18 November 2020
Language Veteran Huirangi Waikerepuru Takes Top Honour at Māori Language Awards 2011
A veteran language advocate – Huirangi Waikerepuru; a small, low decile school in Gisborne – Kaiti School; a long standing national total immersion language course – Kura Reo; and an iwi, Te Reo o Taranaki, all took out the top awards at the Māori Language Awards, held in Rotorua this evening.
Huirangi Waikerepuru received the Taku Toa Takimano award, which recognises an individuals contribution to the language.
As the head of Ngā Kaiwhakapūmau i te Reo Māori, he spearheaded two claims. The first was Te Reo Māori claim in the early eighties and focussed on the need for recognition of te reo Māori as an official language. The claim led to the passing of the Māori Language Act in 1987 and the establishment of Te Taura Whiri i te Reo Māori. From the late eighties through to 1993 Huirangi, again with Ngā Kaiwhakapūmau, worked with the NZ Māori Council on a Privy Council case, arguing that the government should recognise and protect Māori language as a taonga under Te Tiriti o Waitangi in relation to the allocation of broadcasting assets. This later led to the establishment of the Māori broadcasting agency, Te Māngai Pāho and ultimately Māori Television.
“Huirangi is a passionate and humble man, whose contributions to language revitalisation will stand in our history as perhaps the most significant language achievements in the last forty years. We would have been remiss in not acknowledging his vision and leadership in that time, as such he is truly deserved of this honour” says CE, Glenis Philip-Barbara.
Kura Reo, a total immersion language course and Te Reo o Taranaki were joint recipients of Te Tira Aumangea award given to a group or organisation in recognition of their efforts towards language revitalisation.
Each year a series of four, week long Kura Reo, aimed at intermediate to fluent speakers of te reo Māori, are held at four key locations across the country. These locations include Rotorua, Heretaunga (Hastings), Waipukurau, and Christchurch. The Kura Reo are held in the first week of each school holiday break and are conducted completely in te reo Māori. This series of wānanga has been running for over twenty years.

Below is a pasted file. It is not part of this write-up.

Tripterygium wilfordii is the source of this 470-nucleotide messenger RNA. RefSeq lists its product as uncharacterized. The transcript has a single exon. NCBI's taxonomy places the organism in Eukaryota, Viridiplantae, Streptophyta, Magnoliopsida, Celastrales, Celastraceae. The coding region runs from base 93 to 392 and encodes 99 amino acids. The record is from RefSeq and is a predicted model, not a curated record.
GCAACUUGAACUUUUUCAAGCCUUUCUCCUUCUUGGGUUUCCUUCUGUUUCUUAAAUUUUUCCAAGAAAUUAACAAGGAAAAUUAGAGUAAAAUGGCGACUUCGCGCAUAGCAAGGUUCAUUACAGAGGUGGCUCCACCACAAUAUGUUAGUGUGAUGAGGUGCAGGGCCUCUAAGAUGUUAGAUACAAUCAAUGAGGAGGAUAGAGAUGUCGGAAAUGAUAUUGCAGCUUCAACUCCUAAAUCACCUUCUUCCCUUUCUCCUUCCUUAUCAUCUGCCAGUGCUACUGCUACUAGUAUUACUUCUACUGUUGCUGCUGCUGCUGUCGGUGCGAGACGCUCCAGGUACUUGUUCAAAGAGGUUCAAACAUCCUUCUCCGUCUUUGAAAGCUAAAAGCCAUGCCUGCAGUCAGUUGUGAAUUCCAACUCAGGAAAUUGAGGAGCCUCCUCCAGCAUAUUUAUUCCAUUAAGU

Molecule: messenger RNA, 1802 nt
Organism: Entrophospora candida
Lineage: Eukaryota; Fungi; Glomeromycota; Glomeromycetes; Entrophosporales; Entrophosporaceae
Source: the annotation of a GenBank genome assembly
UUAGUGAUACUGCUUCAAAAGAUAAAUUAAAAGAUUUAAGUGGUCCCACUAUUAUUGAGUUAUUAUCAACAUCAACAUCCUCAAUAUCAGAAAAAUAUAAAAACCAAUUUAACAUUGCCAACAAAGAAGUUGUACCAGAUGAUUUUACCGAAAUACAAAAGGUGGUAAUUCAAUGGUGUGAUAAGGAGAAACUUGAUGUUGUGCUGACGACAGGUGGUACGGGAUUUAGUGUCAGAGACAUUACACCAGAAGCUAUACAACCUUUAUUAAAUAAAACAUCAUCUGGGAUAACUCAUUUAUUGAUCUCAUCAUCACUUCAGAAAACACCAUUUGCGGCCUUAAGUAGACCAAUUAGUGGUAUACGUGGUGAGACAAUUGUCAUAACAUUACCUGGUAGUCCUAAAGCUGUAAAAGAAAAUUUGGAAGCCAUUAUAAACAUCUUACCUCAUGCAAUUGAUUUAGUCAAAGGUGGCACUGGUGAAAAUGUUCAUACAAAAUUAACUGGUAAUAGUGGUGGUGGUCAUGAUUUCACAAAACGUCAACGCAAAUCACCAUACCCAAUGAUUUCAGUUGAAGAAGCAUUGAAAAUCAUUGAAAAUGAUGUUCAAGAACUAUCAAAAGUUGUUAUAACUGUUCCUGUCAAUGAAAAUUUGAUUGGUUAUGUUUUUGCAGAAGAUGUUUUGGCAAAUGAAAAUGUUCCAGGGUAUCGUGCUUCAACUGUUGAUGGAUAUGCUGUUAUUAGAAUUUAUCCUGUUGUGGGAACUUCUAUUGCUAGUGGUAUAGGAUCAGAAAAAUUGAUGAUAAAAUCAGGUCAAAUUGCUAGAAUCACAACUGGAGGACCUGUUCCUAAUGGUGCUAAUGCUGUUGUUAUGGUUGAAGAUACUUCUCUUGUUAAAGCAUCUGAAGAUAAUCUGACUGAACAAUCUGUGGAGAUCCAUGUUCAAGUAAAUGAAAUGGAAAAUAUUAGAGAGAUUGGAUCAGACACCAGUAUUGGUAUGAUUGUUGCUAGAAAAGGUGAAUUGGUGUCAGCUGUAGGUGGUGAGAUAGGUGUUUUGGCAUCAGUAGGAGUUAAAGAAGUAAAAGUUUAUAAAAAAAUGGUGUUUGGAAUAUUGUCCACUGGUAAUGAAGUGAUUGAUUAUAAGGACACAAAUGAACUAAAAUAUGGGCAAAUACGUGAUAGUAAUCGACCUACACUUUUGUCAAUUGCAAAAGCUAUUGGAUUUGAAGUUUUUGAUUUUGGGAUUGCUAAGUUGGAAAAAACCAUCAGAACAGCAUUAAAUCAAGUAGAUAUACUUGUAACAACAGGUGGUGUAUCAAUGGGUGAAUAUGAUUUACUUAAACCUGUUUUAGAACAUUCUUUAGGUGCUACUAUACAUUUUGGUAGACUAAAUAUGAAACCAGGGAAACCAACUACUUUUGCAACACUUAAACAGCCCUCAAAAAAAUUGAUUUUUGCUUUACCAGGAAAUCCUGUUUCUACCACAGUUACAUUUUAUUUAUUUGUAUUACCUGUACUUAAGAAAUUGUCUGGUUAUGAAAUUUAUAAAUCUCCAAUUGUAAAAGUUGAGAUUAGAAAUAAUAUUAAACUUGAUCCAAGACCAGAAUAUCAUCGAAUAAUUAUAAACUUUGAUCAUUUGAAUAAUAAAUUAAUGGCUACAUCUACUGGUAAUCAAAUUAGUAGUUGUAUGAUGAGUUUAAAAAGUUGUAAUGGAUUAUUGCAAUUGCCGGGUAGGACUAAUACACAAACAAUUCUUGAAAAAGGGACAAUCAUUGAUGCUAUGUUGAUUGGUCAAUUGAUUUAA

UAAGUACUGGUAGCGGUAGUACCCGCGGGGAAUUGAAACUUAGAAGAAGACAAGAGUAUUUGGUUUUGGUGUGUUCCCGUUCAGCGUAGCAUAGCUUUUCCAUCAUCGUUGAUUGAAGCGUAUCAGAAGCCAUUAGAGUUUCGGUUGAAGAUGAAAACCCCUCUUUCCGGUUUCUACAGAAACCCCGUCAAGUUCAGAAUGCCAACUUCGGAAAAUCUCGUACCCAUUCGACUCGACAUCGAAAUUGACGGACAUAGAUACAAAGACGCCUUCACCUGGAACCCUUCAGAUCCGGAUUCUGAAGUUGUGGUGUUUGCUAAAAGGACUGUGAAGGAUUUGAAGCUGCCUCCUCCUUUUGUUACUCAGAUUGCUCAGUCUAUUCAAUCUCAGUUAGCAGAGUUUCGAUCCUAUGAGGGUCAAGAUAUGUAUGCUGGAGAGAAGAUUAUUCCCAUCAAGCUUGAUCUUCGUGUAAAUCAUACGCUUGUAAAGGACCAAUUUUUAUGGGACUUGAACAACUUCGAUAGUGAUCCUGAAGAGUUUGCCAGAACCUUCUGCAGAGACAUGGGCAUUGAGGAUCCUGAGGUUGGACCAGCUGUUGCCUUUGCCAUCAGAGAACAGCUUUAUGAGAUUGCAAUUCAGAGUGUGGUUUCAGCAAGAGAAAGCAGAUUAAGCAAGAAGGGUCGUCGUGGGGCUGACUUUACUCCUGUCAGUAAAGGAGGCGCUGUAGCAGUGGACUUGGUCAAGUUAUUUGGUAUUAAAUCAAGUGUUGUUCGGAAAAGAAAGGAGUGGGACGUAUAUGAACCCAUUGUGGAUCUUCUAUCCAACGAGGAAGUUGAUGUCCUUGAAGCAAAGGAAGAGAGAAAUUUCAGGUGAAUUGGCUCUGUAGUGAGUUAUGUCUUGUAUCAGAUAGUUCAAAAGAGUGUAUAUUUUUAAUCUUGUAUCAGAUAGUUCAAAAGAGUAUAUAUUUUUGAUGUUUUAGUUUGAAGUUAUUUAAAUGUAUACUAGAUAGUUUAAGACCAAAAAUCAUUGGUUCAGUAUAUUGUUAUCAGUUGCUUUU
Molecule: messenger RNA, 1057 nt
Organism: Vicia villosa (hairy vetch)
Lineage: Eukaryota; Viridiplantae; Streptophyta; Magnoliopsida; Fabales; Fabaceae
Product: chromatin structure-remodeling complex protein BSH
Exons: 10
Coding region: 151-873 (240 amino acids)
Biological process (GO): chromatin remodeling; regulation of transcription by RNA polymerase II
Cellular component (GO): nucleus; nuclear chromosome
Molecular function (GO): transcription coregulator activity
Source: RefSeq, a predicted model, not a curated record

Initially Te Reo o Taranaki, established well over twenty years ago, had a simple premise – to drive efforts towards revitalising language within their communities and in the main ran wānanga, waiata classes and other community and marae based courses aimed at increasing language acquisition amongst its people. This has grown over the years to a Taranaki Māori Language Strategy which seeks to revitalise the Taranaki dialect and normalise the language throughout the rohe.
“Both the Kura Reo and Te Reo o Taranaki initiatives epitomise language excellence, growth and increased use, and these are priority areas in language revitalisation. Their combined historical contribution to the language is considerable and we encourage and support their future endeavours”, says Glenis Philip-Barbara.
The Supreme winner for the contestable categories was Kaiti School.
“What made their entry special and inspiring was the fact that much of what they did was determined and driven by the kids and not the adults. They really captured the spirit of manaakitanga in this year’s Māori Language Week theme and in the end that’s what won the judges over”, says Glenis Philip-Barbara.
Other category winners include:
Private Sector: Tokoroa New World; Community: Te Rūnanga o Ngāi Te Rangi Charitable Trust (Tauranga) and Te Reo o Taranaki Charitable Trust; Local Government: Wellington City Council; Government: Department of Corrections; Broadcasting – Mainstream: TVNZ; Broadcasting – Māori Media: Tūmanako Productions (Auckland); Print: The Gisborne Herald; Education – Mainstream: Tokoroa High School; Education – Māori Medium: Te Wharekura o Ngāti Rongomai (Rotorua); Tertiary: Massey University; Māori Language Week: Kaiti School (Gisborne); Māori Language Week – Inaugural: Insoll Avenue School (Hamilton).
Contact: Debra Jensen – 04 471 6725, 027 231 4297, firstname.lastname@example.org
- Learn some basic phrases and greetings in te reo Māori
- Learn some phrases for special occasions
- Some ideas for Māori Language Week
Māori Language Week is made possible with the support of:
Te Taura Whiri i te Reo Māori – Māori Language Commission
Te Puni Kōkiri – Ministry of Māori Development
Te Kāhui Tika Tangata – Human Rights Commission